Facts, Identification & Control
A house spider’s body is divided into the cephalothorax and the abdomen. Like scorpions, mites and ticks, house spiders are wingless. They are classified as arachnids rather than insects and have eight, single-lens eyes.
Behavior, Diet & Habits
House spider webs are irregularly shaped and can be located in various places within a home, including windows, ceiling corners and above or beneath fixtures. House spider webs are constructed of thin silk threads. They serve both as dwelling places and as traps for prey. House spider prey is paralyzed by venom injection before being broken down by digestive juices. As a result, prey is liquefied to allow for consumption.
Females deposit approximately 250 eggs inside a silken sac. She may create 17 total sacs in her lifetime.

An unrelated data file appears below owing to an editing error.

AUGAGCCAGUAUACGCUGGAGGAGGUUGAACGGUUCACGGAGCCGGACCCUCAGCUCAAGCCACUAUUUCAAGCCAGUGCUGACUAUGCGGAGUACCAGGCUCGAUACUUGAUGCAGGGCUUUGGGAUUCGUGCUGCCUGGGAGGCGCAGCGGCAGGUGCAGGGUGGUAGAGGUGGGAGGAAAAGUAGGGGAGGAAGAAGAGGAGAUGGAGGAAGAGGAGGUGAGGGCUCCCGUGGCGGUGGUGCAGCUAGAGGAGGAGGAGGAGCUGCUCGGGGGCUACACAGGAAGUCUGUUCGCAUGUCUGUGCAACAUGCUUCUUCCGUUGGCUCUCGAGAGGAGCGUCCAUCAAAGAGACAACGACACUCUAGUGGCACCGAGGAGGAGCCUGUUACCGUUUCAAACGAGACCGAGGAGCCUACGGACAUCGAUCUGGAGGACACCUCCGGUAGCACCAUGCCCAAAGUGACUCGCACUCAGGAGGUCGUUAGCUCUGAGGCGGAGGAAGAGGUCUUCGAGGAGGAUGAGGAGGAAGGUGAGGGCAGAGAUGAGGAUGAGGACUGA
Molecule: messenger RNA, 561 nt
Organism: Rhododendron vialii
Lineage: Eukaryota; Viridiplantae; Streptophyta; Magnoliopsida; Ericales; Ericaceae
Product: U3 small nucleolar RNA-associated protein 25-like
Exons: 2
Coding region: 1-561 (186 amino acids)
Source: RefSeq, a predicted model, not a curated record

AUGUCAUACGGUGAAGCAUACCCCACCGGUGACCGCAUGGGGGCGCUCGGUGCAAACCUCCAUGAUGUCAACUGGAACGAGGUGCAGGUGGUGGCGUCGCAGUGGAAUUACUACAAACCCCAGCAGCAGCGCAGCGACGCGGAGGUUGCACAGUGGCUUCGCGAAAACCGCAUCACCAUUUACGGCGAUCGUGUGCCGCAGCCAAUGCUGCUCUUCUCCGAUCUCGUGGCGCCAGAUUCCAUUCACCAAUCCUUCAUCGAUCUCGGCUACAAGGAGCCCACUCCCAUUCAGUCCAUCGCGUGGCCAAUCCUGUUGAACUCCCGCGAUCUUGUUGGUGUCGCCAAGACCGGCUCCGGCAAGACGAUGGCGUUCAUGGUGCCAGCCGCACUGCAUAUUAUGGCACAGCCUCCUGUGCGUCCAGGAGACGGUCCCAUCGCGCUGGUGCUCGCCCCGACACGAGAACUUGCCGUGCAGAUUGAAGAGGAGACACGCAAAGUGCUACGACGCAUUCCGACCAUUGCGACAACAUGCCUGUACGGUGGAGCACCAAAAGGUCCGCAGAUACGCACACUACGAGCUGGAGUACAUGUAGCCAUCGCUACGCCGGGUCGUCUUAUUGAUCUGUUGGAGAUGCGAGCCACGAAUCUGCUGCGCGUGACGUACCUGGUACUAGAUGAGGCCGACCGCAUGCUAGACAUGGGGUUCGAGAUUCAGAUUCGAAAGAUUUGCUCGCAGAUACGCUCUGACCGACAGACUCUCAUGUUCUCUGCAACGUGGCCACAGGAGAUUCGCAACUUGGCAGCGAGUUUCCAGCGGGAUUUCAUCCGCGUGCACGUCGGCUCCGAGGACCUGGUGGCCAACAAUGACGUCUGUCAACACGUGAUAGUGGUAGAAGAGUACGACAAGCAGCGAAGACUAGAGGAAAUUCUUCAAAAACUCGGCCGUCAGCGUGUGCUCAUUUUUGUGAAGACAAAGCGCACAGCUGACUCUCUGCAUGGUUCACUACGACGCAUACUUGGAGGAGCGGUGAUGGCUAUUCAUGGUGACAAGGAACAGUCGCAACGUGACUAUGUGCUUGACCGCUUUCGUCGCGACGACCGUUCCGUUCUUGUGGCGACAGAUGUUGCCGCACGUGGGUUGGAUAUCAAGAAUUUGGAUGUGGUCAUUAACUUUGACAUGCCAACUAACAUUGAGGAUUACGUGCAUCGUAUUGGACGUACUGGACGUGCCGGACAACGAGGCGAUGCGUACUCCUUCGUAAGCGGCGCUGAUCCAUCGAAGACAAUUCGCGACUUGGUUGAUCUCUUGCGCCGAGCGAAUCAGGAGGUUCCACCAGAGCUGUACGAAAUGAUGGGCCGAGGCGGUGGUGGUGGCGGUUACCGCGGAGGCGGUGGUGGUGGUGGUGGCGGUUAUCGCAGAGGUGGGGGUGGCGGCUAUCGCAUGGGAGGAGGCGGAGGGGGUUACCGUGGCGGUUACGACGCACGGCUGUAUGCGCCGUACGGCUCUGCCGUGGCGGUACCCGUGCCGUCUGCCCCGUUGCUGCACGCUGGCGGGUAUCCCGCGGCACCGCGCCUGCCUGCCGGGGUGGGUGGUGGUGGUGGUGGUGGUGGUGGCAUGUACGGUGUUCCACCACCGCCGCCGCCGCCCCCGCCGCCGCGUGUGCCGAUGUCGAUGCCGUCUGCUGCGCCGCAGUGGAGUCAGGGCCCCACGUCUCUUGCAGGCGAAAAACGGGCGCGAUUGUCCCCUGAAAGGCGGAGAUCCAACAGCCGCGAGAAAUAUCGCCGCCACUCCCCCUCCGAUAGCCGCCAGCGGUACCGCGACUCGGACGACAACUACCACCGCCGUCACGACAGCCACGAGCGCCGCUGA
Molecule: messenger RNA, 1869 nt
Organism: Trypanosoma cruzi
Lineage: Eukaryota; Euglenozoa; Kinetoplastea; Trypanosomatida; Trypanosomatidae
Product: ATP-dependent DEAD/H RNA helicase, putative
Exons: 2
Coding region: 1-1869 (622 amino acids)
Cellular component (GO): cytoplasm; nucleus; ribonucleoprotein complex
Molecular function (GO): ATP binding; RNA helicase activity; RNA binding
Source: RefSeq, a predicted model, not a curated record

Signs of a House Spider Infestation
Signs of house spider infestations include the spider and their webs.
Of the many species of identified spider species, house spiders are one of the most frequently found in human dwelling places. Although their presence is discomforting, house spiders do not possess medically threatening venom. Several spider species are considered house spiders. One of the most prevalent house spider species is the common house spider, also known as the domestic house spider.
More About House Spiders
Types of House Spiders